My Hunting Trip For A Money Manager

A couple of years ago, with my idle cash piling up, and my time dwindling down for a newborn in my family, I decided that I wanted to give up the control of some of my money to someone else, and see how well it would turn out. Since I did and still do most of my investment decisions on my own, I wanted to find someone or some firm that was hopefully at least as good as I was (or else, what is the point of getting an advisor).

The first one I spoke to was from Bank of America. She asked me about my current investment, and had me filled out a profile survey on my risk tolerance and investment goals. Sensing that I was quite competent in doing my own investing, which at that time included selling covered call options and short-sellings, she actually didn’t call me back for further in-depth appointments. Sounds a little rude, but I was glad that she didn’t waste her or my time.

The second one I spoke to was from UBS Financial. This advisor was relatively new in this business, probably less than 3 years, and was more willing to win my business. Again, she asked my current investment, and walked me through some standard talks on those large cap/small cap, US/foreign, stock/bond, income/growth portfolio diversification. And then, later she came back with some selection of funds and allocation for what she would recommend for me. She worked hard, but I was not impressed. I could have done exactly the same thing utilizing ETFs or mutual funds to achieve the same purpose, but without the 1% fee (which is usually the minimum money management fee in this industry).

The third one I spoke to was from Smith Barney. This advisor was knowledgeable, and was trying to sell various kinds of financial services such as 529 college saving account, and even mortgage financing. Again, I went through this standard talk about age to stock/bond allocation, and diversification among large cap/small cap, income/growth, US/foreign sectors. He even touted on one of his energy investment recommendation which had a return exceeding 50%. However, I gave him an ETF holding of mine which practically tracked his recommendation in chart exactly, and yet I got in even earlier than his recommendation call.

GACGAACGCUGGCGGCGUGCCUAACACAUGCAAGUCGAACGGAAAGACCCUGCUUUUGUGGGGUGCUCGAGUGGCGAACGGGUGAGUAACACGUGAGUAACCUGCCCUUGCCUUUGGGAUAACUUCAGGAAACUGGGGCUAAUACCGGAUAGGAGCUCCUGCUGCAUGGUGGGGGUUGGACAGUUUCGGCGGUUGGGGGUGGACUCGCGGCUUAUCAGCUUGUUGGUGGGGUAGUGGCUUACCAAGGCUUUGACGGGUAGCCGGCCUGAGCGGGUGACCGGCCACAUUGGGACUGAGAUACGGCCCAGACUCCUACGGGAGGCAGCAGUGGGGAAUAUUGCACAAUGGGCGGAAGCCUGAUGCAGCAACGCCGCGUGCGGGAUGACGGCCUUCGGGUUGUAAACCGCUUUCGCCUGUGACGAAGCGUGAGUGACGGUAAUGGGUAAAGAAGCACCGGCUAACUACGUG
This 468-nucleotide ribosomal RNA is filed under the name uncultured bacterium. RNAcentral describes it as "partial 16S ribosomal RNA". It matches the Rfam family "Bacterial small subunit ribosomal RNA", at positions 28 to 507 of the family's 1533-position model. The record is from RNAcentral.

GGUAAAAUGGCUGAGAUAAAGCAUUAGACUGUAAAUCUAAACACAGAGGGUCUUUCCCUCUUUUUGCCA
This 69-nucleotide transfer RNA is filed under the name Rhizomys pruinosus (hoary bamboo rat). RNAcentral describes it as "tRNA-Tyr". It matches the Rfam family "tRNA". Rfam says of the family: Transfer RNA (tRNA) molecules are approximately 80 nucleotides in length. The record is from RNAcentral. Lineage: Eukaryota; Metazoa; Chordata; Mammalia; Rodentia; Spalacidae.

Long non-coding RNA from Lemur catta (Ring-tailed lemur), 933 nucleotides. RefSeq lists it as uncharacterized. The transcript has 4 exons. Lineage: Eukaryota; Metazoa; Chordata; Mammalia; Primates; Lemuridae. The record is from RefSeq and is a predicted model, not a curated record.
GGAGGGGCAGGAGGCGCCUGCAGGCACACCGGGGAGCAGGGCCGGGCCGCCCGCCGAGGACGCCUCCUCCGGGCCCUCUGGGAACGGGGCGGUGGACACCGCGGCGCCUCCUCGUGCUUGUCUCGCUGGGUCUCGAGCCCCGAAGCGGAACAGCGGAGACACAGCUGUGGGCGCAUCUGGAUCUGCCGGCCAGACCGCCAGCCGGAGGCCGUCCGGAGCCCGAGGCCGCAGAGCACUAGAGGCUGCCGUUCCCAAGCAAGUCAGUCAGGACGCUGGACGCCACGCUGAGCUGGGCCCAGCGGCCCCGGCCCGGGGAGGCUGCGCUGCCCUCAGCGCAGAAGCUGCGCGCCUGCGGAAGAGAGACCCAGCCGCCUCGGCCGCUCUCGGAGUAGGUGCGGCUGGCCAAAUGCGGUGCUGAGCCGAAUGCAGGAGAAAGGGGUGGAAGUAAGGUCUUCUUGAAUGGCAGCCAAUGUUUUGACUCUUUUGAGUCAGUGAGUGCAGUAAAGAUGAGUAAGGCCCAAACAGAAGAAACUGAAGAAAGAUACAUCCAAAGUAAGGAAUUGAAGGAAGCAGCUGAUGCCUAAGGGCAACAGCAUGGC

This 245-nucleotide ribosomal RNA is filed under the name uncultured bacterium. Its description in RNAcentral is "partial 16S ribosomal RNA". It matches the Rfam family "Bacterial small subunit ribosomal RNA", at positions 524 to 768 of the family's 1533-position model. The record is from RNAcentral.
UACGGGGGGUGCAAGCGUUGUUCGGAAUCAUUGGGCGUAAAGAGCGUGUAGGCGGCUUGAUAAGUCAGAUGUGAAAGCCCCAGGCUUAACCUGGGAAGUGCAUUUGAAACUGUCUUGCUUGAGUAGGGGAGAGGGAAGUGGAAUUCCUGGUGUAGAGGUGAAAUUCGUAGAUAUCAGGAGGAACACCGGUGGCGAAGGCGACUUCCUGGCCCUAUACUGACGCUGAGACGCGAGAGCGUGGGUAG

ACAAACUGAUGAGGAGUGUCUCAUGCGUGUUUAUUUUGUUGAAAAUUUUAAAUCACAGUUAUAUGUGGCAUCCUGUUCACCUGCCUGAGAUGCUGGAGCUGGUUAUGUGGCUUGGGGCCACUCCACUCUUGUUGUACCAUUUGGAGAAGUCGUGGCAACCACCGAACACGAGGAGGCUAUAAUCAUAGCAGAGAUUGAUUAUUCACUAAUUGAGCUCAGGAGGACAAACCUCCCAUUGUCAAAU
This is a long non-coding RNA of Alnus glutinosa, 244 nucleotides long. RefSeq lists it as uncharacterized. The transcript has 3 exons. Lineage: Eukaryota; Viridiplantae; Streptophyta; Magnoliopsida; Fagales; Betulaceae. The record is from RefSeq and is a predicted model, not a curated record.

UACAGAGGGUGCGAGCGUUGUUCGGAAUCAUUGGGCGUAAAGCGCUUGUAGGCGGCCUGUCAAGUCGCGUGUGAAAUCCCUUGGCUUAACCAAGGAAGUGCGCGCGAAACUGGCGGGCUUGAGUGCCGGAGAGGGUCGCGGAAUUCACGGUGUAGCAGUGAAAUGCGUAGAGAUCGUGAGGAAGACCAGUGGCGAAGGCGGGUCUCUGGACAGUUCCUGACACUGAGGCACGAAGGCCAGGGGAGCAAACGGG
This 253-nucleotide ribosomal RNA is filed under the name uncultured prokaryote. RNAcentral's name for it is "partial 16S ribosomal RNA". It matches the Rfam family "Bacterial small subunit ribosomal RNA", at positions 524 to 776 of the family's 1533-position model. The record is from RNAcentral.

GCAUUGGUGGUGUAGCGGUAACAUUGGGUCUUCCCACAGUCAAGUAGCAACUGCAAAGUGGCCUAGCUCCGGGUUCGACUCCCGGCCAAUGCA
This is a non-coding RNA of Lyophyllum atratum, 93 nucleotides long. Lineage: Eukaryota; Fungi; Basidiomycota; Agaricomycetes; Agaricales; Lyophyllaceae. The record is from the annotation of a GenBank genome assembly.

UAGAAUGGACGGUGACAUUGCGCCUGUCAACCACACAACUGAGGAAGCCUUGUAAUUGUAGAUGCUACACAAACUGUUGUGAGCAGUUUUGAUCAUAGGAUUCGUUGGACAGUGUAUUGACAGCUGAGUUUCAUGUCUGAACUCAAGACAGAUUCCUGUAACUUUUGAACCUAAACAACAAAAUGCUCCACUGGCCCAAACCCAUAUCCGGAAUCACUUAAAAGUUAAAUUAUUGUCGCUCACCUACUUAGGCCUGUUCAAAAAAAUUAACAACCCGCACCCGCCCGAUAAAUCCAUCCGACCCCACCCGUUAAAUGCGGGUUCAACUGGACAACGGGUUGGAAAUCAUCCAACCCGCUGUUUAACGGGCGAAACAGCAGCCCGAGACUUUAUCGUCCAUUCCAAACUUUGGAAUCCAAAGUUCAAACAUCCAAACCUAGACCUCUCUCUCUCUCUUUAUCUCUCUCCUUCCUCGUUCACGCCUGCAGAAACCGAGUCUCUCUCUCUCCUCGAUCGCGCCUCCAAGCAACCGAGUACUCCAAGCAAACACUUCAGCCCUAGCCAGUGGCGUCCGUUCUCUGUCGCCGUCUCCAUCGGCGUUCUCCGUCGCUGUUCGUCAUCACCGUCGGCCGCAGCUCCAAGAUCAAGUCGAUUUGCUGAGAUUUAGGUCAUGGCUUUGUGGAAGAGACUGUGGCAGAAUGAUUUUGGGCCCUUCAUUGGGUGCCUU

By this time, I was totally unimpressed with the standard asset allocation and diversification talk. So when I met the fourth advisor from Ameriprise (formerly American Express), I decided to quiz this poor guy, before I wasted more of his and my time. I devised a set of four simple binary choice questions, such that randomly guessing would only have 1/16 chance of getting all of them right:

  1. Shall I invest in a foreign utility or domestic utility company, if $US is going down, and all other factors remain the same?
  2. Shall I invest in a domestic producer or foreign producer of a certain commodity, if $US is going down, and all other factors remain the same?
  3. Shall I buy or sell more of the commodity producer stock, if interest rate is going up, and all other factors remain the same?
  4. Shall I buy domestic stocks or foreign stocks, if $US interest rate is going up?

Despite my persistence on having him answer my quiz before the appointment, this guy from Ameriprise refused to answer my short quiz. Instead, he told me that he couldn’t give out any investment advices when I was not his client, even though I protested that the quiz was only testing his general knowledge on economics. I guessed he knew that he couldn’t answer all of my questions correctly, and chose to refuse my trial instead of embarassing himself.

Want to try answer my questionaire yourself by posting to the comment? I will post the answer in the comment after a week. After these meetings with financial advisors from investment banks and brokerage houses, I have concluded that unless it’s an actively investing firm like a hedge fund, you are probably better off using ETF and low fee mutual funds to construct your own customized portfolio with regular rebalancing. Of course, whether active investing is better than indexing is highly debatable. But if I’m paying for 1% (or more) management fee, I would want my money manager to actively work for above average performance, rather than plain indexing for an average performance (minus his fees).

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